Cannabidiol (CBD) is an extract from the flowers and buds of the marijuana or hemp plant, which is typically diluted in a carrier oil like coconut or hemp seed oil. Depending on your state, you can find CBD in the form of an oil, extract, vaporized liquid, or oil-based capsule, as well as in food, drinks and beauty products sold at locales ranging from 24-hour gas stations to high-end cocktail bars.
This non-toxic, and non-intoxicating, extract is gaining attention in health and wellness communities as a natural remedy for common ailments such as chronic pain, anxiety, inflammation (particularly of the skin) and insomnia. CBD doesn’t produce a “high” like its sister cannabis compound, THC. In a 2017 report, the World Health Organization concluded that there is no evidence CBD has the potential for abuse or dependence, and “no evidence of public health related problems associated with the use of pure CBD.” But does that mean it’s safe?
To date, the only CBD product that’s been rigorously researched and approved by the Food and Drug Administration (FDA) is a medication for epileptic seizures, specifically certain kinds of childhood epilepsy. For all of CBD’s other potential uses—and risks—the medical community has a lot of work cut out for them.
Not only is there scant evidence to back up claims of CBD’s efficacy as a wonder-herb (yet), we actually don’t know much about this chemical compound at all. Or, for that matter, any of the other 103 known cannabinoids that interact with the human endocannabinoid system. Emerging medical trials (mostly in animals) show CBD as a promising antipsychotic, antidepressant and sleep aid, to name a few—but with so little information it’s difficult to guarantee its safety under every condition.
That said, cannabidiol and other cannabinoids are commonly thought to be non-toxic, are safe for human consumption, and until we learn more, appear to have many benefits, as well.
With the small exception of those who may be allergic to the cannabis plant, CBD has no notable or dangerous side effects, and no reported cases of lethal overdose. Chronic use and doses of up to 1,500 mg/day of CBD are reportedly well-tolerated in humans.
While the medical community scrambles to catch up to its fanbase, anecdotally at least, CBD continues to gain popularity among those looking for relief from their symptoms without the mind-altering effects of THC or other pharmaceutical drugs. CBD products (even hose considered “full-spectrum” with less than .3% THC) are considered legally non intoxicating under the law for driving and operating heavy machinery. Though, like with any drug or supplement, you should always stick with the recommended dose.
Though not dangerous, CBD can cause undesirable side effects, and they should be noted before use: dry mouth, diarrhea, reduced appetite, drowsiness and fatigue. And though it’s safe to drive on, common sense dictates you shouldn’t overdo it. CBD is being studied as a powerful sleep aid, and if you’re behind the wheel, feeling even a little sleepy isn’t wise.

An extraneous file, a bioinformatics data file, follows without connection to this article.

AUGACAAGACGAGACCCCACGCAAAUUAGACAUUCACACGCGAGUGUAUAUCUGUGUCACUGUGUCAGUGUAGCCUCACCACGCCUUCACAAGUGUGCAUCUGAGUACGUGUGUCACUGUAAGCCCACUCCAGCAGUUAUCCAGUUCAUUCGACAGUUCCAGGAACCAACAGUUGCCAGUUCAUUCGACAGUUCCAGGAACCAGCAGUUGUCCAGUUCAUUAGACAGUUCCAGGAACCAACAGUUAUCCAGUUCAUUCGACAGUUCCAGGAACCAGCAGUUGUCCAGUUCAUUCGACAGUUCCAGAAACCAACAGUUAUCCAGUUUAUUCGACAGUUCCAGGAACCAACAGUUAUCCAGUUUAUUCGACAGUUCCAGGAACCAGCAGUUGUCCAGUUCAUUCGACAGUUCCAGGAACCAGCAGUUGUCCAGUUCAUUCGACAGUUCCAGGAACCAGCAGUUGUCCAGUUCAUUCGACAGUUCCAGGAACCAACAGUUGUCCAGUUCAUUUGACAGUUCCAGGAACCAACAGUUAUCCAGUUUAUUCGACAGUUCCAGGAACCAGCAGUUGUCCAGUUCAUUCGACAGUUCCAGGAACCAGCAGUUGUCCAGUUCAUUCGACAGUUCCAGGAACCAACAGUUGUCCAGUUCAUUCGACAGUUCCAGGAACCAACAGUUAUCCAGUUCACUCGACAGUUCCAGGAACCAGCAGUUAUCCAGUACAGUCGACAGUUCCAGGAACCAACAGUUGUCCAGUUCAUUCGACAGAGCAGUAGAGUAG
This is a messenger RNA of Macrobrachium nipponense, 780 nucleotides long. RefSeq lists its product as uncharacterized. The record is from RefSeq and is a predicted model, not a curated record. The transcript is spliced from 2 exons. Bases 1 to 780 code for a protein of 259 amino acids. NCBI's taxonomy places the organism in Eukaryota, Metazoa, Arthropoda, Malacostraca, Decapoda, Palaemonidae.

More of an issue is that CBD raises concerns about possible drug interactions. Epilepsy studies showed increased blood levels when patients were on antiepileptic drugs and CBD at the same time—which means CBD has the potential to interact with a range of other substances and medications, such as blood thinners or sleeping pills. Always consult with your doctor before use, and alert them if you experience any changes in symptoms.
Another downside to CBD, though not commonly raised, is that the purer the extract, the more it contains an odor of marijuana weed. Not itself unpleasant, it does cause concern and risk in social situations where mis-identifying the source of the smell could be stigmatizing, or worse (at school, professional situations, etc). Perhaps this is why CBD skin products often feature the extract infused into carrier lotions with added perfumes or essential oils.
Because of the legally ambiguous nature of the marijuana industry, the FDA has not stepped in to help regulate products like CBD oil. States are scrambling to put standards in place as we speak, but resources to enforce anything at the local level are nearly non-existent.
A 2017 study of the quality and purity of CBD products found nearly 7 out of 10 didn’t contain the amount of extract promised on the label. One study showed that nearly 43% of the products contained too little CBD, while about 26% contained too much. Potentially worse, about 1 in 5 contained varying amounts of THC.
Until more consumer protections are in place to prevent poor quality or even unsafe products from hitting the marketplace, CBD use is largely buyer beware. On the stigma front at least, since hemp-derived CBD is now legal all 50 states under the 2018 US Farm Bill, we should start seeing a lot more channels for funding, research, and a lessening of stigma as both recreational and medical marijuana programs expand all over the country.
As always, if you plan to use products containing CBD, please consult with your doctor first.
You can find out more about incorporating CBD in your health and wellness routine here.
Sarah A Lybrand is a writer specializing in lifestyle, health, finance—and fun. She’s written for Bust, Juno, Yahoo, MarketSmiths, and Toast Media, among many others.